MAEGAN: Yeah, and you don't need a music therapist for that, right? I'm just kind of throwing out things that you’re already doing anyway, and you can make more of it, you know. You can design your own, you can go find someone else's playlist that's been made. The warning that I have about using music and exercise is choosing music that may not get you extremely into your emotions. Like, if there's something that brings back some painful memories, sad memories, something like that. If you don't wanna go there during your workout, then don't put that in your playlist. But you may want to go there.
ZACH: Tap into that.
MAEGAN: Yeah, sometimes if I'm doing a run, I do wanna go into my sadness, and work out and analyze some things. So, I will purposefully put on a sad song, but it's like, you got to be mindful about that. So, just making the choice before you start, know what you're getting into when you put on a song.
ZACH: Now, do you have a favorite genre of music you listen to when you're working out on your playlist?
MAEGAN: Oh man. I have so many. They're all over the place, but I definitely, like, I come from the world of, you know, that classic rock like, post punk music. So, a lot of that old stuff and then metal. I listen to a lot of progressive metal, or like really intense screaming metal, anything aggressive that can get me going. And then I also like really chill lo-fi beats, and like Red Hot Chili Peppers. You know, something with a good groove or baseline will help me get in good cadence for jogging or running.
ZACH: Yeah, that's awesome. Yeah, for me like I again, going back to the soundtracks. I kind of like some Hans Zimmer some stuff like that. Really kind of get you going in the right mindset. But you're right that, again, certain songs for certain situations and don't be afraid to mix it up, I guess either.
MAEGAN: That's what I'm saying. Yeah. Like I can go into the Coldplay realm and then switch right over to Michael Jackson or something.
ZACH: So, obviously Maegan is talking a lot about music when you're exercising. And like I mentioned earlier when we’re in one these group workouts, and they're playing music and I can really feel like the getting in sync with the music and kind of keeping you going especially if you're on the treadmill. And you’re like, oh, I gotta keep going. That helps push you through and when you get into the rhythm. But when I do, like self-workouts sometimes I’ll like, you know, I listen like a podcast or something, and I can kind of see how okay, that's not really getting me the juice that I need to get through this workout.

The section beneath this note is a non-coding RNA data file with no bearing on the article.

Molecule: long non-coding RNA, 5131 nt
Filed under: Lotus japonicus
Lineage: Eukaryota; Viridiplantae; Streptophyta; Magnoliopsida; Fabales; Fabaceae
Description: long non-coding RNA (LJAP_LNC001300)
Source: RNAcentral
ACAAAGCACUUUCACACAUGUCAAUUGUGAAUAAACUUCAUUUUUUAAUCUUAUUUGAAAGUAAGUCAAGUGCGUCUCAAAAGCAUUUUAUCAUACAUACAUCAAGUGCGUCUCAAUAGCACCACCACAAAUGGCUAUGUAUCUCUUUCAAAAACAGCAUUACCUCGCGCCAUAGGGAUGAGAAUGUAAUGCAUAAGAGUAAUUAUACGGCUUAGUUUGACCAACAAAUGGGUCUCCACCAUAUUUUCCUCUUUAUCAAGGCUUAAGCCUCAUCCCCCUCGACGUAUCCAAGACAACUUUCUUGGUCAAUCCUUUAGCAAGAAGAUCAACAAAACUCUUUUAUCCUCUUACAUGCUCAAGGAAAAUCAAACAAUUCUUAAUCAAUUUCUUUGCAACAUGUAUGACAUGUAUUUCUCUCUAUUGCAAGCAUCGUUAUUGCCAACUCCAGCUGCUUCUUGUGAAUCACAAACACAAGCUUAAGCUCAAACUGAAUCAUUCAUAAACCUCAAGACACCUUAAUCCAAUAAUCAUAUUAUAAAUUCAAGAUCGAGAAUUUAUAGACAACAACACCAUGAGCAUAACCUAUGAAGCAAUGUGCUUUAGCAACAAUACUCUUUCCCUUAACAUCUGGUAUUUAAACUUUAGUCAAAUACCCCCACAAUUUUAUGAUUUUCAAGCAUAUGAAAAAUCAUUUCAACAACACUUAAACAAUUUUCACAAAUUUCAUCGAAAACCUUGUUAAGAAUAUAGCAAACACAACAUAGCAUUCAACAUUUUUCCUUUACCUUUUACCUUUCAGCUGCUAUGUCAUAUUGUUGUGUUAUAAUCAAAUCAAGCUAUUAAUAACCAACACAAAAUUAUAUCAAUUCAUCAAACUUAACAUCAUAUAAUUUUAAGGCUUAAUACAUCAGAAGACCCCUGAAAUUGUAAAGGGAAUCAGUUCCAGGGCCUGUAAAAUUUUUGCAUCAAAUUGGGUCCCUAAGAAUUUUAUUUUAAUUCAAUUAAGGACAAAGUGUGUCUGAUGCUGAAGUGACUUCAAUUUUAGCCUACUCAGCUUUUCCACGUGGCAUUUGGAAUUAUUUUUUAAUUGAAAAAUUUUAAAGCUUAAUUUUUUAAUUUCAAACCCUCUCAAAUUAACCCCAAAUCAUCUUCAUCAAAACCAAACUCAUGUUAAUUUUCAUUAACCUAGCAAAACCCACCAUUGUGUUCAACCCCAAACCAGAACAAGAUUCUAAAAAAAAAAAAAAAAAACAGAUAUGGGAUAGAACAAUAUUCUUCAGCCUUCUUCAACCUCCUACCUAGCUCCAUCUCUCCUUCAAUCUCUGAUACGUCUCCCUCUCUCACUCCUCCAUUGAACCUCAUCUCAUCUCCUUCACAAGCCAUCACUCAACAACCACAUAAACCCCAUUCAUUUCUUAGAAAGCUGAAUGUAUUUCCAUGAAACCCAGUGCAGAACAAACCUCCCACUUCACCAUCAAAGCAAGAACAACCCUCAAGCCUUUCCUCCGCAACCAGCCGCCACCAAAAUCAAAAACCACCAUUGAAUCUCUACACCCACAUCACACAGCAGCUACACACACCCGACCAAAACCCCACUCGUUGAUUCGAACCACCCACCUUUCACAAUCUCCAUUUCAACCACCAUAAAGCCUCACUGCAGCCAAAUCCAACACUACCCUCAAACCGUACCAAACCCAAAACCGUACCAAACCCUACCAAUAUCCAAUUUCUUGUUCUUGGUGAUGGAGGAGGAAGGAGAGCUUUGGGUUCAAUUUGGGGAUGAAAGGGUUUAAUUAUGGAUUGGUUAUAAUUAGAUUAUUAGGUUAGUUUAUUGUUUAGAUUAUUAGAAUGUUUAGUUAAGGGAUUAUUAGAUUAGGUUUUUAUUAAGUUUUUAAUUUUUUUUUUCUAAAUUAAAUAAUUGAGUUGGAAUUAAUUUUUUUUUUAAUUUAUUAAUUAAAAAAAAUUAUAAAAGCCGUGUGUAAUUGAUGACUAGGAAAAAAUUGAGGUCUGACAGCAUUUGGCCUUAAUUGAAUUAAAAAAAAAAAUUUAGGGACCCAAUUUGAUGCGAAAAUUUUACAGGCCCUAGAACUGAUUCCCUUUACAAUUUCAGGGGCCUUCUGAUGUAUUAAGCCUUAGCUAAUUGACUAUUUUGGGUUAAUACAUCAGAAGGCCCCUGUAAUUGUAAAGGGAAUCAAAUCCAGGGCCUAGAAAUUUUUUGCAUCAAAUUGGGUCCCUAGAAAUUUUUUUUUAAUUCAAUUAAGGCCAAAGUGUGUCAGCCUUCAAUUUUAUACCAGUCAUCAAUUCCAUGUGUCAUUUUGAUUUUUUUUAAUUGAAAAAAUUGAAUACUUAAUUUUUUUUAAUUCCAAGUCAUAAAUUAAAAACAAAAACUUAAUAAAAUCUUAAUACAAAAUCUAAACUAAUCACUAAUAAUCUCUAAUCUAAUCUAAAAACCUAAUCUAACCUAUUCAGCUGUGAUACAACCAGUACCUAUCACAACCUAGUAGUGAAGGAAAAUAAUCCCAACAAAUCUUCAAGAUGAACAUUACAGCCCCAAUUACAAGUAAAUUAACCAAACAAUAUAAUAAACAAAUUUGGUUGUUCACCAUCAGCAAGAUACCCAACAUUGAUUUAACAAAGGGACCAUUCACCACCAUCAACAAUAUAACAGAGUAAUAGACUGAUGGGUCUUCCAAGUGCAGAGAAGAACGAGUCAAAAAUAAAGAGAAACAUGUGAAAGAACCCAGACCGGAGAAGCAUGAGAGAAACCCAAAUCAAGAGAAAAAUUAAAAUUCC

KATIE: Yeah, I think it's been interesting to hear Maegan explain what music is like doing in your brain because I kind of have thrown -- I have workout playlists, I have a big -- I have one. I have a big workout playlist and I kind of just -- Anytime I'm listening to a song that I'm like, oh, this would be good for my workouts. I like just toss it in there and then I just mix. I mix everything when I'm working out and I'm realizing that the way she's describing it. I need to actually probably be putting more effort into curating, like some playlists, maybe for different workouts, and things like that. Rather than just one big dump of a playlist, and I just like skip around. ‘Cause you know, hearing her talk about how like your body is anticipating the beat and stuff like that. So like, early in my workouts, I probably need some slower stuff then when I'm like 20 minutes on the elliptical at like the resistance seven and I'm miserable like that's when I need like, my like, really crazy music I have right now. So, it’s been very interesting to hear a talk about that. What are your workout playlists like?